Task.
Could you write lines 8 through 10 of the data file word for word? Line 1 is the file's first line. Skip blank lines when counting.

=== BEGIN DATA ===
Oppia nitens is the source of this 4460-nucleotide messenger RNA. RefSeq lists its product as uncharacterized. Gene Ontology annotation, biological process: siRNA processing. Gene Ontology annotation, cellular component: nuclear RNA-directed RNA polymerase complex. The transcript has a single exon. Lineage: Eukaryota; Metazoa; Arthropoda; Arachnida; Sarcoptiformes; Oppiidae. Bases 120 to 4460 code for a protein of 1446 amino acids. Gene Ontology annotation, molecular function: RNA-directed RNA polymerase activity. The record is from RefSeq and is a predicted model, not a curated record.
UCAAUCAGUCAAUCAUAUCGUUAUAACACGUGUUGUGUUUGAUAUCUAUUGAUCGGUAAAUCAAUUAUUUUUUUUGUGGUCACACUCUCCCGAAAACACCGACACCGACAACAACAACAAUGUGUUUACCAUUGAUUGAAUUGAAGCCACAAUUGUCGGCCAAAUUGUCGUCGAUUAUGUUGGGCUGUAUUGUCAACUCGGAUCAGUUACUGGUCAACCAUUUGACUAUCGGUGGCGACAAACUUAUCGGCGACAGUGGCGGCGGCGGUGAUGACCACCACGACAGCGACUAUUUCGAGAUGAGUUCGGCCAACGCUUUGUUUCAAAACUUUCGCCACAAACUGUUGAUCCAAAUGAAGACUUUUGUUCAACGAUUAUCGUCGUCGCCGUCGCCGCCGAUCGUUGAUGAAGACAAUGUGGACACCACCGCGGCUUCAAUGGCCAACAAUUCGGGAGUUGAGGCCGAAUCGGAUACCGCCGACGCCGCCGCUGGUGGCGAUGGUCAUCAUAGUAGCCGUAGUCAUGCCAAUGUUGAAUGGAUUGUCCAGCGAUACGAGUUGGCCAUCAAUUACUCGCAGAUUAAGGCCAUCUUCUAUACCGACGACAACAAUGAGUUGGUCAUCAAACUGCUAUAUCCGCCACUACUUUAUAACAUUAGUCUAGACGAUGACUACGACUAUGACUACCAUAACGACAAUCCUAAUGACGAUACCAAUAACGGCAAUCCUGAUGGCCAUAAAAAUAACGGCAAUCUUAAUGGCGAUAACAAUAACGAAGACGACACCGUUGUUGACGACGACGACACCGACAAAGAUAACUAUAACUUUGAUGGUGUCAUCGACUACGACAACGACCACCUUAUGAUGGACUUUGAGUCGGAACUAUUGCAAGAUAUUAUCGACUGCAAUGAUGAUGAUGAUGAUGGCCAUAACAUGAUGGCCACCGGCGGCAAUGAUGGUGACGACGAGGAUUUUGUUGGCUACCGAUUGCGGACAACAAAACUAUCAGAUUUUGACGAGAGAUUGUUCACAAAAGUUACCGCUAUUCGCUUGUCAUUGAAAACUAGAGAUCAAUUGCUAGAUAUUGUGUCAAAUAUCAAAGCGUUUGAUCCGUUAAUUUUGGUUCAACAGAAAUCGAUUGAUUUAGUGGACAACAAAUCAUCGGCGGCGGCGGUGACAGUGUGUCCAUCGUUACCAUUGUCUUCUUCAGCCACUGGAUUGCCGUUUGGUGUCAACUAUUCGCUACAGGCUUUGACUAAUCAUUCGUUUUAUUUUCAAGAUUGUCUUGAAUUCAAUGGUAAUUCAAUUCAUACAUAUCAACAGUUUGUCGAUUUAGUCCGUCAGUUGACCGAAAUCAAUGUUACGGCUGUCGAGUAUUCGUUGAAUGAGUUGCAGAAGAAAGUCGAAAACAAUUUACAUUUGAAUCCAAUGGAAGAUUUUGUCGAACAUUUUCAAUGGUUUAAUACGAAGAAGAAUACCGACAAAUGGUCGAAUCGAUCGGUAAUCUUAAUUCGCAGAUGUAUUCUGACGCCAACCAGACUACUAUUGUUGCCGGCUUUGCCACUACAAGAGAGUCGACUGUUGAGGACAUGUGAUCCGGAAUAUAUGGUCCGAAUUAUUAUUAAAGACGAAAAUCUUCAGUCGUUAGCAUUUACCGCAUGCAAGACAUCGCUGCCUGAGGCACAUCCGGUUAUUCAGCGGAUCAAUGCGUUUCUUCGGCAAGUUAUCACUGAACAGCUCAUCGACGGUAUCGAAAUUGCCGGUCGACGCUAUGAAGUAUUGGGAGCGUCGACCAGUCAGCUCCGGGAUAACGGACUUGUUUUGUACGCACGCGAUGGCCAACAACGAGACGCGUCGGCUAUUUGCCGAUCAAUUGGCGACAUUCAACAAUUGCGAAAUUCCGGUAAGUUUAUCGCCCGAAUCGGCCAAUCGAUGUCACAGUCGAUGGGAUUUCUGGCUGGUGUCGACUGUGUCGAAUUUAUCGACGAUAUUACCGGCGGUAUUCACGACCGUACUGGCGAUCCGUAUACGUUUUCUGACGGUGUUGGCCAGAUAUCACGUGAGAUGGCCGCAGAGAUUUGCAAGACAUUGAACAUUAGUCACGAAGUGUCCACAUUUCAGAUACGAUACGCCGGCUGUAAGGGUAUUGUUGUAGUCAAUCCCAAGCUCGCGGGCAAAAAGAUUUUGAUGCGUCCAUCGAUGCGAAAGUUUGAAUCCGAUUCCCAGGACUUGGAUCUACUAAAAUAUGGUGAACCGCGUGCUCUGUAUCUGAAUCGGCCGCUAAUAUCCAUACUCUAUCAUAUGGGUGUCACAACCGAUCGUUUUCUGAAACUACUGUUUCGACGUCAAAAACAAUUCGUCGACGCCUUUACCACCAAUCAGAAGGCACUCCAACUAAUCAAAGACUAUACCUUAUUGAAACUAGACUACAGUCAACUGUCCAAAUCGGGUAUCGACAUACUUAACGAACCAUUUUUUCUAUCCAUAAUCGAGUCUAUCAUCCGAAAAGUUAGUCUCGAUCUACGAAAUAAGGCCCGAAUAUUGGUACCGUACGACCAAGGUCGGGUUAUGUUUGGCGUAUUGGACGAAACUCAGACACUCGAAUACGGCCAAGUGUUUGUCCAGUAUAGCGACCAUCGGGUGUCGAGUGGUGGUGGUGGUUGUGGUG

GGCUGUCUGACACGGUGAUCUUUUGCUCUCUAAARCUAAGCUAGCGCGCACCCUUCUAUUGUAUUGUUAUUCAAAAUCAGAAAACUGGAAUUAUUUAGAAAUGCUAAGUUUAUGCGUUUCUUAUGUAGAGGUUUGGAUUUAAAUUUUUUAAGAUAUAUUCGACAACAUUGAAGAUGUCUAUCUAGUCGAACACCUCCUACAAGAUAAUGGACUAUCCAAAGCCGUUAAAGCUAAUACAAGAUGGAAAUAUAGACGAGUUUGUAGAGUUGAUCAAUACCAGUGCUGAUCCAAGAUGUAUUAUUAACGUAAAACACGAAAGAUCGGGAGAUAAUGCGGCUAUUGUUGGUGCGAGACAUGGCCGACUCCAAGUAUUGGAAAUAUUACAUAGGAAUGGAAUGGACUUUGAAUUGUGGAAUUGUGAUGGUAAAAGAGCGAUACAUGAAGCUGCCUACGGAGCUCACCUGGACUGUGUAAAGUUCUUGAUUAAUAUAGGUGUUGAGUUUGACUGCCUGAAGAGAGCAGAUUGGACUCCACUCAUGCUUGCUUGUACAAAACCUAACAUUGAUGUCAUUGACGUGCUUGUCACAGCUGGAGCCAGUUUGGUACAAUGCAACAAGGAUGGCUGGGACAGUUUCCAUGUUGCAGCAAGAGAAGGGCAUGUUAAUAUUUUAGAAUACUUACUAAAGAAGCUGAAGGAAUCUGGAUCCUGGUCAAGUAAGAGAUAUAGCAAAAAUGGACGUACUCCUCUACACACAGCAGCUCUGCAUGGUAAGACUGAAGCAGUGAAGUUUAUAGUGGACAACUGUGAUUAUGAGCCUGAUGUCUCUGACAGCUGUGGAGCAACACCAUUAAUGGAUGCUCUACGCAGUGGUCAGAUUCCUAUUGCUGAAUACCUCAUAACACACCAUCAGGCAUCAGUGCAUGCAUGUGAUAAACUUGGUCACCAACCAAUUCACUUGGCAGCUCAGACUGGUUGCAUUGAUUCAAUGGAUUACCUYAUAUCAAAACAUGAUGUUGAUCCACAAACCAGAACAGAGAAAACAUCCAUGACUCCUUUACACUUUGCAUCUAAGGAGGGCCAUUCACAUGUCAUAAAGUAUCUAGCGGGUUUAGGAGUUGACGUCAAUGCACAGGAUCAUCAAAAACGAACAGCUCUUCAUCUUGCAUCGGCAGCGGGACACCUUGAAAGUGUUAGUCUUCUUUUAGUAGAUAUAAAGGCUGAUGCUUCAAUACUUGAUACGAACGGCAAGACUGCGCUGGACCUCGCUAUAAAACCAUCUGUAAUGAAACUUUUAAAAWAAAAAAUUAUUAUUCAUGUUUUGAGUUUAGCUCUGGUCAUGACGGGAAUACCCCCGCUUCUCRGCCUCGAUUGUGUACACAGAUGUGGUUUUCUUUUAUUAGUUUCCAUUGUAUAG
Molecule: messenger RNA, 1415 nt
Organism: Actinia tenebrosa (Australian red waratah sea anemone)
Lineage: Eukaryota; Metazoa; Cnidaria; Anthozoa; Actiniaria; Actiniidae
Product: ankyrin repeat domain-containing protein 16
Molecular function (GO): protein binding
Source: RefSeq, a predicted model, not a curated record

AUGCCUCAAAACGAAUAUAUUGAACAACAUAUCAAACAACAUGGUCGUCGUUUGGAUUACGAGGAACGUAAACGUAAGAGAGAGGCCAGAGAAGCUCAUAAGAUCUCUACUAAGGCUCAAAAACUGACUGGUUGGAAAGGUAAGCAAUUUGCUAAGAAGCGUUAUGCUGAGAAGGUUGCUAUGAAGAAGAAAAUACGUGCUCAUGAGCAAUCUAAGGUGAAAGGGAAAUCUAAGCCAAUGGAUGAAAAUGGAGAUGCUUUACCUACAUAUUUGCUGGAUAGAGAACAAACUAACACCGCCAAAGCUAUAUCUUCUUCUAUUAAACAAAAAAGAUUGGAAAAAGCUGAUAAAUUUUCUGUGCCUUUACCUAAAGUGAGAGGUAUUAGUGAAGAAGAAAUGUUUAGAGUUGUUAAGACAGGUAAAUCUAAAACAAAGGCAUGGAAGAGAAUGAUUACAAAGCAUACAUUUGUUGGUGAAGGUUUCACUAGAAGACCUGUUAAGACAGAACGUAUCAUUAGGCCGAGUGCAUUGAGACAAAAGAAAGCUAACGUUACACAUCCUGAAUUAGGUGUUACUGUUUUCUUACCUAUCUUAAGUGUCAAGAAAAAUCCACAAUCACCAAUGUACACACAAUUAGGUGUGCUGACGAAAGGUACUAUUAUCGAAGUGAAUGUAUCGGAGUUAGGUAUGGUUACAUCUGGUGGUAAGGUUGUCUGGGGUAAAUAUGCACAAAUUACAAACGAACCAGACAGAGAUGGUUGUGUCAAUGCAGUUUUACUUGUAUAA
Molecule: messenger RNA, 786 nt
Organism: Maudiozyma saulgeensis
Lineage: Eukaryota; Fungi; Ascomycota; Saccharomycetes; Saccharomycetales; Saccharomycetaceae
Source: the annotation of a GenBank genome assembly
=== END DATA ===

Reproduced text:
Molecular function (GO): protein binding
Source: RefSeq, a predicted model, not a curated record

AUGCCUCAAAACGAAUAUAUUGAACAACAUAUCAAACAACAUGGUCGUCGUUUGGAUUACGAGGAACGUAAACGUAAGAGAGAGGCCAGAGAAGCUCAUAAGAUCUCUACUAAGGCUCAAAAACUGACUGGUUGGAAAGGUAAGCAAUUUGCUAAGAAGCGUUAUGCUGAGAAGGUUGCUAUGAAGAAGAAAAUACGUGCUCAUGAGCAAUCUAAGGUGAAAGGGAAAUCUAAGCCAAUGGAUGAAAAUGGAGAUGCUUUACCUACAUAUUUGCUGGAUAGAGAACAAACUAACACCGCCAAAGCUAUAUCUUCUUCUAUUAAACAAAAAAGAUUGGAAAAAGCUGAUAAAUUUUCUGUGCCUUUACCUAAAGUGAGAGGUAUUAGUGAAGAAGAAAUGUUUAGAGUUGUUAAGACAGGUAAAUCUAAAACAAAGGCAUGGAAGAGAAUGAUUACAAAGCAUACAUUUGUUGGUGAAGGUUUCACUAGAAGACCUGUUAAGACAGAACGUAUCAUUAGGCCGAGUGCAUUGAGACAAAAGAAAGCUAACGUUACACAUCCUGAAUUAGGUGUUACUGUUUUCUUACCUAUCUUAAGUGUCAAGAAAAAUCCACAAUCACCAAUGUACACACAAUUAGGUGUGCUGACGAAAGGUACUAUUAUCGAAGUGAAUGUAUCGGAGUUAGGUAUGGUUACAUCUGGUGGUAAGGUUGUCUGGGGUAAAUAUGCACAAAUUACAAACGAACCAGACAGAGAUGGUUGUGUCAAUGCAGUUUUACUUGUAUAA